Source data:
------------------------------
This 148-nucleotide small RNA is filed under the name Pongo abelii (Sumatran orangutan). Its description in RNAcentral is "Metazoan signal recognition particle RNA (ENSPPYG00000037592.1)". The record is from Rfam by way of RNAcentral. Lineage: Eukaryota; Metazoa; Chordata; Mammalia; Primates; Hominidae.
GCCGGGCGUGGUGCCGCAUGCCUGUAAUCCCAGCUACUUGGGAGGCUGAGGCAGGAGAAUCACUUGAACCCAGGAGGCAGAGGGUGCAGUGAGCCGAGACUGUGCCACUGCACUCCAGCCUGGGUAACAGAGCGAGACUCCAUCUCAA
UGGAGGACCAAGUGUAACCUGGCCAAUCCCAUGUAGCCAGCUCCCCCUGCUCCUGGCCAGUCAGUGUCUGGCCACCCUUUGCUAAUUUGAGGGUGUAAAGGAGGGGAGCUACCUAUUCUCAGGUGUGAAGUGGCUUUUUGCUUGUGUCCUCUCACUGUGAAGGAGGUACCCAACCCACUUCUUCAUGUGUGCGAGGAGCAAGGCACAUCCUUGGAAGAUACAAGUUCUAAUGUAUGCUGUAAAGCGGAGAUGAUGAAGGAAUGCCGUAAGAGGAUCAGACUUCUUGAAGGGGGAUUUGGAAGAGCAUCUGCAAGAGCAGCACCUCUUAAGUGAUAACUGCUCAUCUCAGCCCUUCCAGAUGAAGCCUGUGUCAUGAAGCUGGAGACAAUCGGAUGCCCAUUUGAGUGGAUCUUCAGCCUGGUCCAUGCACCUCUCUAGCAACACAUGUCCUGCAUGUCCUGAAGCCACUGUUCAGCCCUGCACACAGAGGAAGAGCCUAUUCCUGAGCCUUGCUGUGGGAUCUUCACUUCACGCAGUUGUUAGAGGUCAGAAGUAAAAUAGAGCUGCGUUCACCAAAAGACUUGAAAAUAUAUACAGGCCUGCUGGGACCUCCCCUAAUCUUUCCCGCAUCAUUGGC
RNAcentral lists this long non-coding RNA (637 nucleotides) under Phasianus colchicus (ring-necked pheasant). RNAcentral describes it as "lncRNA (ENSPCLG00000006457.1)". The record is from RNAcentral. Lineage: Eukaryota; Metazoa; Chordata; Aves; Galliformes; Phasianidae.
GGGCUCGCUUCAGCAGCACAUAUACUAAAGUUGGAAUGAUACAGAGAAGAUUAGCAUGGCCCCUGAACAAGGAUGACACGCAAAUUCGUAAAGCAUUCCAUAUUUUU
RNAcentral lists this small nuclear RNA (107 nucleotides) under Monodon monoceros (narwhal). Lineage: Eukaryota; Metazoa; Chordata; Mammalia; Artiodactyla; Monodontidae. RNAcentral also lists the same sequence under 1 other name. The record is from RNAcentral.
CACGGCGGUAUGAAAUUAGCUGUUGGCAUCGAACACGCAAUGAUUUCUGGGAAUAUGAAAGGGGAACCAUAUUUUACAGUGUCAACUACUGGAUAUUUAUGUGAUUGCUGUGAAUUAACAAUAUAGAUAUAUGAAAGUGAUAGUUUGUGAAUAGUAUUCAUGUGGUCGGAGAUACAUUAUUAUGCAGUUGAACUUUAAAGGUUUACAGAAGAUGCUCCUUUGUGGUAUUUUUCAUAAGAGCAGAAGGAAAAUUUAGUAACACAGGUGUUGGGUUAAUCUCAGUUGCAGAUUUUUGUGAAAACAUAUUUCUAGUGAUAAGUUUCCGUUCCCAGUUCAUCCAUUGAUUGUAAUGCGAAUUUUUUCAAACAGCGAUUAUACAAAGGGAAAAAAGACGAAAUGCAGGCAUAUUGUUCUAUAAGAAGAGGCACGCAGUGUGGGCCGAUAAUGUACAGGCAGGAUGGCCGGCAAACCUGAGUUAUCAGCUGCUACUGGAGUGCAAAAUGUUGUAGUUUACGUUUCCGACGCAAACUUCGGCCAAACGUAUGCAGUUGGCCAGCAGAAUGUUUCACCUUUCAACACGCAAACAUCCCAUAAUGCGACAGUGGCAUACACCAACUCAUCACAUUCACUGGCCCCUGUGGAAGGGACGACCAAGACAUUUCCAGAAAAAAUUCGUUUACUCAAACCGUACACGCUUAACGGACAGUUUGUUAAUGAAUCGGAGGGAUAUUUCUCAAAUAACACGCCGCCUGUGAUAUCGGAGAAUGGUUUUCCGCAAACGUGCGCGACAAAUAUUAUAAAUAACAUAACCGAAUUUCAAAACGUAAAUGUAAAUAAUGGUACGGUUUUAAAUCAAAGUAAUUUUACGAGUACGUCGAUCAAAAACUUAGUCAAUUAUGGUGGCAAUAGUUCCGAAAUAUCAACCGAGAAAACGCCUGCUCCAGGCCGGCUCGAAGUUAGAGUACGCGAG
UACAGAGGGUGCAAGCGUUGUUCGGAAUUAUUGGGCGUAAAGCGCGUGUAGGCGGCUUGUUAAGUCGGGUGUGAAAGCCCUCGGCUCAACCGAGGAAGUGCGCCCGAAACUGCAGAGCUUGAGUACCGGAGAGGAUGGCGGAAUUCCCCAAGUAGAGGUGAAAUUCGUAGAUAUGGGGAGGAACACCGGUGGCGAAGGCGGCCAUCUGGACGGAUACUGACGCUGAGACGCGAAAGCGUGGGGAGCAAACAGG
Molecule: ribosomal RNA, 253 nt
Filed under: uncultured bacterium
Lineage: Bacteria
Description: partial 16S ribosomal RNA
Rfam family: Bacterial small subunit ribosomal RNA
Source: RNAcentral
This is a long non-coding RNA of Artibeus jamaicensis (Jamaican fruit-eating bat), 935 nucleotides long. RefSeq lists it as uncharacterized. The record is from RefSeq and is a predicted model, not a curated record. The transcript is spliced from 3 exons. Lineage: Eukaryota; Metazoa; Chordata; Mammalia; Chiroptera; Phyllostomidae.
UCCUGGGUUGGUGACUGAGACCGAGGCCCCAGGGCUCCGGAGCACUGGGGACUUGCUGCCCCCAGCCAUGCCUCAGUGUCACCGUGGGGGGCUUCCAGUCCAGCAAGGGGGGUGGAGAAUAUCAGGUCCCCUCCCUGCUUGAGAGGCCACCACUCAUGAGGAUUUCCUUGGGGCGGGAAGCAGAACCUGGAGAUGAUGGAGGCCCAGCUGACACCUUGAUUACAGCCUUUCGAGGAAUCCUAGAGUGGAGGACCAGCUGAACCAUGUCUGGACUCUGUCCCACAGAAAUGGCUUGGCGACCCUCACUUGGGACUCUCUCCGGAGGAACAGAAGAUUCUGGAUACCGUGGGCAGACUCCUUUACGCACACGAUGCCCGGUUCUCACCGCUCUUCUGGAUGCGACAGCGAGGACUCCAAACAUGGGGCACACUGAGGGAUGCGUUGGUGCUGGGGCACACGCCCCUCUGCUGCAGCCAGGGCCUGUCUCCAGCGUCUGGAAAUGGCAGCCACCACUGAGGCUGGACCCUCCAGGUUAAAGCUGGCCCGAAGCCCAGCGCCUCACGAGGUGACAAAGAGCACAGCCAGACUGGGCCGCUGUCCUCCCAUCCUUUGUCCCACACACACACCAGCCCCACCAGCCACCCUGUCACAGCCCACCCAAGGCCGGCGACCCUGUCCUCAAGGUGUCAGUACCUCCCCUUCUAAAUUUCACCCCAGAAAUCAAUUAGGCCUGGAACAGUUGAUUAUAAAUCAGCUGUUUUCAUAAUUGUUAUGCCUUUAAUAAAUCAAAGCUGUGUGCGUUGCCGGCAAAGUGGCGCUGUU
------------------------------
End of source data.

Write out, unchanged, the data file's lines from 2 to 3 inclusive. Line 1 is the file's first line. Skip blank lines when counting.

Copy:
GCCGGGCGUGGUGCCGCAUGCCUGUAAUCCCAGCUACUUGGGAGGCUGAGGCAGGAGAAUCACUUGAACCCAGGAGGCAGAGGGUGCAGUGAGCCGAGACUGUGCCACUGCACUCCAGCCUGGGUAACAGAGCGAGACUCCAUCUCAA
UGGAGGACCAAGUGUAACCUGGCCAAUCCCAUGUAGCCAGCUCCCCCUGCUCCUGGCCAGUCAGUGUCUGGCCACCCUUUGCUAAUUUGAGGGUGUAAAGGAGGGGAGCUACCUAUUCUCAGGUGUGAAGUGGCUUUUUGCUUGUGUCCUCUCACUGUGAAGGAGGUACCCAACCCACUUCUUCAUGUGUGCGAGGAGCAAGGCACAUCCUUGGAAGAUACAAGUUCUAAUGUAUGCUGUAAAGCGGAGAUGAUGAAGGAAUGCCGUAAGAGGAUCAGACUUCUUGAAGGGGGAUUUGGAAGAGCAUCUGCAAGAGCAGCACCUCUUAAGUGAUAACUGCUCAUCUCAGCCCUUCCAGAUGAAGCCUGUGUCAUGAAGCUGGAGACAAUCGGAUGCCCAUUUGAGUGGAUCUUCAGCCUGGUCCAUGCACCUCUCUAGCAACACAUGUCCUGCAUGUCCUGAAGCCACUGUUCAGCCCUGCACACAGAGGAAGAGCCUAUUCCUGAGCCUUGCUGUGGGAUCUUCACUUCACGCAGUUGUUAGAGGUCAGAAGUAAAAUAGAGCUGCGUUCACCAAAAGACUUGAAAAUAUAUACAGGCCUGCUGGGACCUCCCCUAAUCUUUCCCGCAUCAUUGGC